According to a further aspect of the invention there is provided a circuit for buffering an input signal in accordance with occurrences of first and second clock signals, comprising: first means coupled to said input signal and to said first clock signal for producing a first voltage transition in response to a voltage transition of said input signal, said first voltage transition occurring at a time determined by said first clock signal; second means coupled to said first means and said second clock signal for producing a second voltage transition in response to another transition of said input signal, said second voltage transition occurring at a time determined by said second clock signal; driver circuit means coupled to said first and second means and responsive to said first and second voltage transitions for generating output control signals; and output means coupled to said driver circuit means for receiving said output control signals and generating therefrom an output signal representative of said input signal.
The above and other objects, features and advantages of the present invention will be more clearly understood from the following detailed description taken in conjunction with the accompanying drawings, in which:
FIG. 1 is a schematic diagram of the inventive edge defined three-state output buffer circuit; and
FIGS. 2A-2P illustrate waveforms appearing at various points in the circuit shown in FIG. 1.
Before embarking on a discussion of the circuit shown in FIG. 1, it may be helpful to first establish definitions of the various devices mentioned in connection with the description of FIG. 1. First, a three-state circuit is a circuit capable of assuming three stable states. These are a high state (typically 2.4-3 volts), a low state (typically 0-0.4 volts) and a high impedance or floating state. A field effect transistor of the enhancement type is a device which is normally "off" and which is rendered conductive when a positive threshhold voltage is applied to its gate electrode. A field effect transistor of a depletion type is a device which is normally "on" with a negative threshhold voltage applied to its gate electrode. Finally, a natural field effect transistor is a non-ion-implanted device. Before substrate bias is applied, the device will have a slightly negative threshold voltage. When substrate bias is applied, the depletion region between the channel and bulk will get larger. Thus, a slight gate voltage may be required to turn the device on. It is not normally on as is the case with a depletion device. Ideally, the device has a zero volt threshold voltage; however, practically the threshold voltage may be slightly negative or slightly positive.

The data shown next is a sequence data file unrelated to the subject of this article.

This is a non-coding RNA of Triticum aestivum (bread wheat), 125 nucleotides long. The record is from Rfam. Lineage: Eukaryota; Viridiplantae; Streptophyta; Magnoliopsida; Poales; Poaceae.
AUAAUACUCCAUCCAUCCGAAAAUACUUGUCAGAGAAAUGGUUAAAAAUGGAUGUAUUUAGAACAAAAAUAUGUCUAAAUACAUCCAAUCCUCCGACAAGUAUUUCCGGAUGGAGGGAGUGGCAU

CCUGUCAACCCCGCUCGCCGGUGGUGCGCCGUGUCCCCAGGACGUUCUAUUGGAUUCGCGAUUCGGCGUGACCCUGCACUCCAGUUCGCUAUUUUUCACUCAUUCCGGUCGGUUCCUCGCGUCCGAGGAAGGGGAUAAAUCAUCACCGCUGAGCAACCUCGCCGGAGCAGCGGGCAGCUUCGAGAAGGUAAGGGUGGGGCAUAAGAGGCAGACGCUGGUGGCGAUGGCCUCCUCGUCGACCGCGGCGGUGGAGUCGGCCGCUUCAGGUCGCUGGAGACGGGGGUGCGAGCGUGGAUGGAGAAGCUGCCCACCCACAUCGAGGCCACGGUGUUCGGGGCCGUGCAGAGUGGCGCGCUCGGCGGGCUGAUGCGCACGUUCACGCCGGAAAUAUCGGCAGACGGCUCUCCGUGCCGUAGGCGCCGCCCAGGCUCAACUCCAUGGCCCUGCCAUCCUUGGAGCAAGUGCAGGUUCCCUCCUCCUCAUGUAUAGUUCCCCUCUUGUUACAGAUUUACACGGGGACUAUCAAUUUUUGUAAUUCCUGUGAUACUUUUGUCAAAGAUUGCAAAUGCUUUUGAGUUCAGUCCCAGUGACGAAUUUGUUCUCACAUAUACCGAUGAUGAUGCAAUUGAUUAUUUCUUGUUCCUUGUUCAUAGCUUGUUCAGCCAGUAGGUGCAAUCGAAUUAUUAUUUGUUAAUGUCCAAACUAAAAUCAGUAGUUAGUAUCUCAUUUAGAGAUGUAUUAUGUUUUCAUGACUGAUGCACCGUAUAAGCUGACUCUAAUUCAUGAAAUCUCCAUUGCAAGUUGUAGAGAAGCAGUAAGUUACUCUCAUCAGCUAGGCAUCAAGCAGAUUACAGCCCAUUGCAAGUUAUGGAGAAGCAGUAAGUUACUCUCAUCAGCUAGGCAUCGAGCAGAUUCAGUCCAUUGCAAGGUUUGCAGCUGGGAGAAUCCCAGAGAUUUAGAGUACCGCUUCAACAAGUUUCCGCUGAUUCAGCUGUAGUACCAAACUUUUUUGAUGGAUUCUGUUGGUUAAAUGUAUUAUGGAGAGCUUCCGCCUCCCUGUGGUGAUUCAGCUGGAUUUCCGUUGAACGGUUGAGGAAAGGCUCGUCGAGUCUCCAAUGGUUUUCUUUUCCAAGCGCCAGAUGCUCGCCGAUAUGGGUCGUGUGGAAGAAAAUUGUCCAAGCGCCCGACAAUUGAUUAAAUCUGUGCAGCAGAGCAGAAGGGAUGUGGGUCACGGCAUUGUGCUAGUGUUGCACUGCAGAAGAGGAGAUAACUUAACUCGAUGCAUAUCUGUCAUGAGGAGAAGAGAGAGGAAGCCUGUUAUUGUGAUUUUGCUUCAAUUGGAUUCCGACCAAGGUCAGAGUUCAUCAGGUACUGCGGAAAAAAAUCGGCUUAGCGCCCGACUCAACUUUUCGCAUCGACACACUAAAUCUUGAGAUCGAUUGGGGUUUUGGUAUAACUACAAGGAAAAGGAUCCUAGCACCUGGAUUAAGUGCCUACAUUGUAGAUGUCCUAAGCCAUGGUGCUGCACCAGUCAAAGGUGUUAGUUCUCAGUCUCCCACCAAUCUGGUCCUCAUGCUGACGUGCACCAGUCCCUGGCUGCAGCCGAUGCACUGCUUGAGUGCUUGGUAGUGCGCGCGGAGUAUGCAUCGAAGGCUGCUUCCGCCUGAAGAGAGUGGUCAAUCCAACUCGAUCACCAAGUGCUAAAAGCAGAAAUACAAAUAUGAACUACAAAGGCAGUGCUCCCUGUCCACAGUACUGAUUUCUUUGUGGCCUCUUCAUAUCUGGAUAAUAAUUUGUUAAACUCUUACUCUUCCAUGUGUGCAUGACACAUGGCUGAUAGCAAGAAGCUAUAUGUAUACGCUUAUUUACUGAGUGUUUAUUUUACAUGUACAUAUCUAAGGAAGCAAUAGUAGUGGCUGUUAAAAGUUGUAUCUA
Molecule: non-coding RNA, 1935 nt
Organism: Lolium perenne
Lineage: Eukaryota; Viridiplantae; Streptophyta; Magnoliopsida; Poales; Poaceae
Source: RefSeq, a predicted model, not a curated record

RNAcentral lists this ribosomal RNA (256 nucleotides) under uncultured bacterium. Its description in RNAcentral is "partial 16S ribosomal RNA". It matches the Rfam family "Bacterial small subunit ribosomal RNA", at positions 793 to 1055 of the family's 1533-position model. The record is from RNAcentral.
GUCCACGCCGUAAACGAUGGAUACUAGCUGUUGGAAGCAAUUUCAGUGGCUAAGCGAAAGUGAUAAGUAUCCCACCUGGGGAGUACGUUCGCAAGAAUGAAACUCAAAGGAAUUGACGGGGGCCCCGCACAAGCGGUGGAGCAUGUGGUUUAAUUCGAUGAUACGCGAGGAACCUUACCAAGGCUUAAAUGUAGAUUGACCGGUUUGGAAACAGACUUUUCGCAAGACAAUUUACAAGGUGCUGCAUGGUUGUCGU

Referring now to FIG. 1, the inventive buffer circuit includes an edge definition portion 2, a pre-driver portion 4 and a three-state control portion 6.
Referring to the edge definition portion 2, an input terminal 8 receives an input signal (for example that shown in FIG. 2C). This input signal is coupled to an electrode of enhancement device 10, the gate electrode of which is coupled to a first clock signal input 12 (.0.F shown in FIG. 2A). The second electrode of device 10 is coupled to the input of inverter 16 and to the gate of natural field effect transistor 20 having a source coupled to ground. The output of inverter 16 (node 18) is coupled to the gate of another natural field effect transistor 22 having a drain coupled to a source of supply voltage (VDD) at terminal 24. A second clock signal (.0.R) is received at terminal 26 and is coupled to the gate of enhancement device 28 having a source coupled to the drain of device 20 and having a drain coupled to the source of natural device 22 (node 30). Node 30 is then coupled to a first input of NOR gate 32. Clock signal .0.R is shown in FIG. 2B as being 180 degrees out of phase with clock signal .0.F (FIG. 2A).